Fire… and Art?

Feb 09, 2020

Fire seemed to be everywhere. Our country was burning. Australia in the summer is hot and bushfires are common, but not to the extent we have just experienced. Obviously not everyone was directly affected but everyone was impacted in some way. Fire continues to be uppermost in our minds as the hot weather continues.

With any traumatic experience there are so many emotions we feel. How we deal with these feelings varies and can be influenced by our situation, age, experiences and support networks. As parents, carers and teachers helping young ones to work through and with these feelings builds strategies for responding to life’s challenges. Engaging in art, in its many forms, can be an approach that is calming and soothing.

Technology has brought the experiences to the forefront for everyone. It felt like we were there with those most closely involved: the fires, the resulting devastation and then the heartwarming stories of rescue and recovery.

The art of capturing the moment

I watched the images on our screens and was struck by just how amazing these photos showing the devastation were. Can there be an acknowledgement if not an appreciation of the artistic skill in the composition that these images have captured? Photography is an art. The subject, though, can be so emotional that it is hard to step back and see past the heartache. I searched the internet for photos and found some ‘beautiful’ photos but in amongst them were images of dead animals as well as dead vegetation. I didn’t want to share those links. I prefer to look for the positives and to see photos of recovery and rejuvenation: these made me feel so much better. These I wanted to share.

This ABC report, Waking Up, shows the beginnings of new life amongst the devastation. Being able to actually do something ourselves to help, makes us feel better. Altruistic acts, showing selfless concern for the welfare of others, releases endorphins which are happy hormones and make us feel good. For the benefit of scientific research, it has been suggested that we, citizen scientists, can help by taking photographs of recovering flora and fauna. A win for us, a win for science and a win for nature.

Art for a cause

Artists have also been supporting recovery. Just as tennis players have played exhibition matches as fundraisers and singers have performed concerts, so too artists have created artworks to raise money in support of the rescue, recuperation, restoration and rebuilding efforts. People want to help. We can each use our skills to achieve something that will help others. Linked here are examples of artists from all over the world paying respect to the Australian bushfires with beautiful art. 

The art of cultural burns (cool fires)

Seeing the valuable side of fire is important to recovery as well. Yes, the fires that have devastated Australian bush, farmland and towns are, generally speaking, a natural disaster. They are hot and fierce, destroying not only man-made elements of the environment but also baking seeds and burning from the roots to the treetops. But, in contrast, the traditional fire management practices of the Aboriginal people continue to be followed by rural councils. The indigenous communities perfected the art of cool, quick burns that are planned and carried out based on their knowledge and recognition of the natural vegetation, climate conditions and weather patterns. These are not destructive fires but fires that clear the grasses - like a gardening strategy. This is a fascinating tradition that I recently witnessed firsthand in the north of Australia: self-contained, almost gentle fires - a stark contrast to the wild bushfires. Here are a couple of sites that helped me understand the art and science behind these cultural burns.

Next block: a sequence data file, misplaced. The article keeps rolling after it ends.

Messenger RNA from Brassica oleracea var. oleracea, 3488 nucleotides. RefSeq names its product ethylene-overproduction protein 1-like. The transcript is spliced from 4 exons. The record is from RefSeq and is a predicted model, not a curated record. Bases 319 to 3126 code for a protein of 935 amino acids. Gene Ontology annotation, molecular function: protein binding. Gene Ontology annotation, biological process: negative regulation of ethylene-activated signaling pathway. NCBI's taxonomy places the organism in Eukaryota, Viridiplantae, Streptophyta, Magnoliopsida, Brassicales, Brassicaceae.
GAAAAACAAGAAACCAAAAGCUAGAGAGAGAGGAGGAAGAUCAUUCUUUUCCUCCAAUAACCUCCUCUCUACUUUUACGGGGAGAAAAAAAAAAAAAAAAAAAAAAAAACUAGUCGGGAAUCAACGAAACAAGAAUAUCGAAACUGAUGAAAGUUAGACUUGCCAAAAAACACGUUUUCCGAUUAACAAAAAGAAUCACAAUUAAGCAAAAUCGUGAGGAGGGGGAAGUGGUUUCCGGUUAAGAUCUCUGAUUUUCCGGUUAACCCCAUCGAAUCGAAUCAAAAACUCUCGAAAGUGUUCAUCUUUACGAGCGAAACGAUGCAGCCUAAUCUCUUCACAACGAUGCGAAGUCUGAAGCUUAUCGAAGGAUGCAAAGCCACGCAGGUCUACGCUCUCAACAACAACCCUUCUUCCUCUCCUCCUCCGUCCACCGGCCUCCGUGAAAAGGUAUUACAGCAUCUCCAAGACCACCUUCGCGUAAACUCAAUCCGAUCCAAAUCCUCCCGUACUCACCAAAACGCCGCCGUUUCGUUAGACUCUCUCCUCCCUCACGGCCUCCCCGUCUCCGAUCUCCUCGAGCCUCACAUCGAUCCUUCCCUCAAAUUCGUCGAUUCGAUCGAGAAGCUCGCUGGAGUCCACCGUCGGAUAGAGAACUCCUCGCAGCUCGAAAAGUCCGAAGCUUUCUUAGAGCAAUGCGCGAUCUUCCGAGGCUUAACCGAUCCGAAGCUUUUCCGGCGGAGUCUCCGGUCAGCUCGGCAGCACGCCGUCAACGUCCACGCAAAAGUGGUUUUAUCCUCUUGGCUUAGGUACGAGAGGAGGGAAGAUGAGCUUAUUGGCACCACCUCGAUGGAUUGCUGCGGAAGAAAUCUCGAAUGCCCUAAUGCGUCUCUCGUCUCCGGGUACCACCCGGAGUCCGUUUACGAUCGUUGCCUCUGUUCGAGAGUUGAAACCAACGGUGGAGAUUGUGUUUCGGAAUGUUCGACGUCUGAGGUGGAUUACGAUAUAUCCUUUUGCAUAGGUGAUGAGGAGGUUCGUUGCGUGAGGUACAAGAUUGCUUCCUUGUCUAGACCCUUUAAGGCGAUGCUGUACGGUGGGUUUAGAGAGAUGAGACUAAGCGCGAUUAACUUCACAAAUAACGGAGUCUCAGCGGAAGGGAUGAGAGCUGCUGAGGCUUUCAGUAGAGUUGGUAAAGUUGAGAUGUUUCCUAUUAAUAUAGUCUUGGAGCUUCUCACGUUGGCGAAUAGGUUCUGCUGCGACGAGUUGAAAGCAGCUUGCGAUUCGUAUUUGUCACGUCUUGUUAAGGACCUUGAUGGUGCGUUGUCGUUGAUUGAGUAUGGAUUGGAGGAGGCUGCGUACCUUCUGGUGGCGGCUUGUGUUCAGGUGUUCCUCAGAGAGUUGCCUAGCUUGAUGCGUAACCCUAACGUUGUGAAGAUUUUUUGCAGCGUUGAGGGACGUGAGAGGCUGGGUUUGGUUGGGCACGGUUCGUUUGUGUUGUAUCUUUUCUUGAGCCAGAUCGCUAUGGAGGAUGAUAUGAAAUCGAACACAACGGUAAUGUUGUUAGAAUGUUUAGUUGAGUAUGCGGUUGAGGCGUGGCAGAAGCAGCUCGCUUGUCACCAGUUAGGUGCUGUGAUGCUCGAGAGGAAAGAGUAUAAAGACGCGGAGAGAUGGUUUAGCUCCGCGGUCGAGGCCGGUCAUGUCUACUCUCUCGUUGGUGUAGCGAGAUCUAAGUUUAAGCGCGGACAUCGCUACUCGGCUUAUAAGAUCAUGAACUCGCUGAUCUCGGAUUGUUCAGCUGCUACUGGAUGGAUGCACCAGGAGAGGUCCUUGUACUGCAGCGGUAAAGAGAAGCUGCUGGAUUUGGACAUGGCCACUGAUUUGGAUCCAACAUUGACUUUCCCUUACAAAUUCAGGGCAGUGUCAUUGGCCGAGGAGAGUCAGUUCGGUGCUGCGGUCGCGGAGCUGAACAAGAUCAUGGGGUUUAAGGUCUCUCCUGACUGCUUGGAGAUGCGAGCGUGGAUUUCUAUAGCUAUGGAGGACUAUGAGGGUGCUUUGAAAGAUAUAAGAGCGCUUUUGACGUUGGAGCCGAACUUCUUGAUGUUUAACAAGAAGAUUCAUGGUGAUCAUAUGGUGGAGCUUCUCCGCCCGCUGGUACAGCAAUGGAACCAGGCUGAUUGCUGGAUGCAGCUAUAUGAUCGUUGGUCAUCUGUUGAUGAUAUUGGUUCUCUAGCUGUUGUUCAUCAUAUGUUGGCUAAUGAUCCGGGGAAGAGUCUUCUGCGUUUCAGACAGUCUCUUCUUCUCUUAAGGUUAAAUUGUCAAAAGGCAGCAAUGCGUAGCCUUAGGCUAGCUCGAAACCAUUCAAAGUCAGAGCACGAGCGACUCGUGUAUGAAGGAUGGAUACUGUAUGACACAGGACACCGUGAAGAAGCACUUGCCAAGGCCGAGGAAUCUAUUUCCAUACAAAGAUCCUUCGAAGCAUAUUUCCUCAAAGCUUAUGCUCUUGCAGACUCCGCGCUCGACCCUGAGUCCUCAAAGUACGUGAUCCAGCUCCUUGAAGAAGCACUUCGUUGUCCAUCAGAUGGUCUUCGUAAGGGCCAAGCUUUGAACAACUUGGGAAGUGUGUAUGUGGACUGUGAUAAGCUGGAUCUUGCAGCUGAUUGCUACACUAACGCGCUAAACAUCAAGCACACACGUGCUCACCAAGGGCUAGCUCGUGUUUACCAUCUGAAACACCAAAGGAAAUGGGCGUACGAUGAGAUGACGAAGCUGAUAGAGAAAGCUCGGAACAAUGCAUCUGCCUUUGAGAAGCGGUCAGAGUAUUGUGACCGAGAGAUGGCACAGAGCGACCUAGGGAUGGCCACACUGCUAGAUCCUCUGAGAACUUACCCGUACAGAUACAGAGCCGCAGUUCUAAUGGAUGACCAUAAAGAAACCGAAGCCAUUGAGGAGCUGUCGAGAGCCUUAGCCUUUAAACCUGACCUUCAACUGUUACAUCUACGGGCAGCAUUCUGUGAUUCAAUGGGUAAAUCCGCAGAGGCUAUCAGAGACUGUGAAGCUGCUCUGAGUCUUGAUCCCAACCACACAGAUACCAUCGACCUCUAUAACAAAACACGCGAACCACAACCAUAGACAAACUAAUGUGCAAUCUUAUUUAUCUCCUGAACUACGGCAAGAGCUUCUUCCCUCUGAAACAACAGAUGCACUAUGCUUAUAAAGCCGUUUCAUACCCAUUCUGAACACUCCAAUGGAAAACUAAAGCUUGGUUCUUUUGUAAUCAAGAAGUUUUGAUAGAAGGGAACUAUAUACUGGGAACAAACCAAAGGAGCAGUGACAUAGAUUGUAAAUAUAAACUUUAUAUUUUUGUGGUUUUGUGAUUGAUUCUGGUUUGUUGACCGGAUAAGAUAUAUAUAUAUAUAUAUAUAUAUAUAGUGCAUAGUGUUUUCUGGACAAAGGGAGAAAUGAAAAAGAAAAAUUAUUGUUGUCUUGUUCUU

*Cool burns: key to aboriginal fire management
*Traditional Aboriginal burning in modern day land management

Fire is an inherent part of nature and natural cycles, along with wind and water. It serves a purpose for good both in nature and as a way to create warmth and cook food. It’s good to be able to reflect on the benefits of fire after watching its destructive powers. 

Art as therapy 

In times of stress and pain after traumatic experiences, we all need strategies to help us cope. Being able to engage our creative side can be relaxing, distracting and healing. Artworks may mirror the dark side of our emotions and provide an outlet to defuse tensions. Just as talking or writing about how we feel can help, so too can drawing and painting.

The recent bushfires have been devastating but to see how people have shared their thoughts and experiences through art, with an eye for aesthetics in the face of adversity, is encouraging. Supporting our children to develop their creative skills, gives them an outlet when they are confronted with overwhelming events in their lives. Making art can be a way to bring beauty and light back where things have become bleak and blackened. Artventure and its big sister, Art Eye Deer, offer such opportunities for drawing and painting. It feels good to use art for healing as much as for pleasure.

Teacher and Artventure Blogger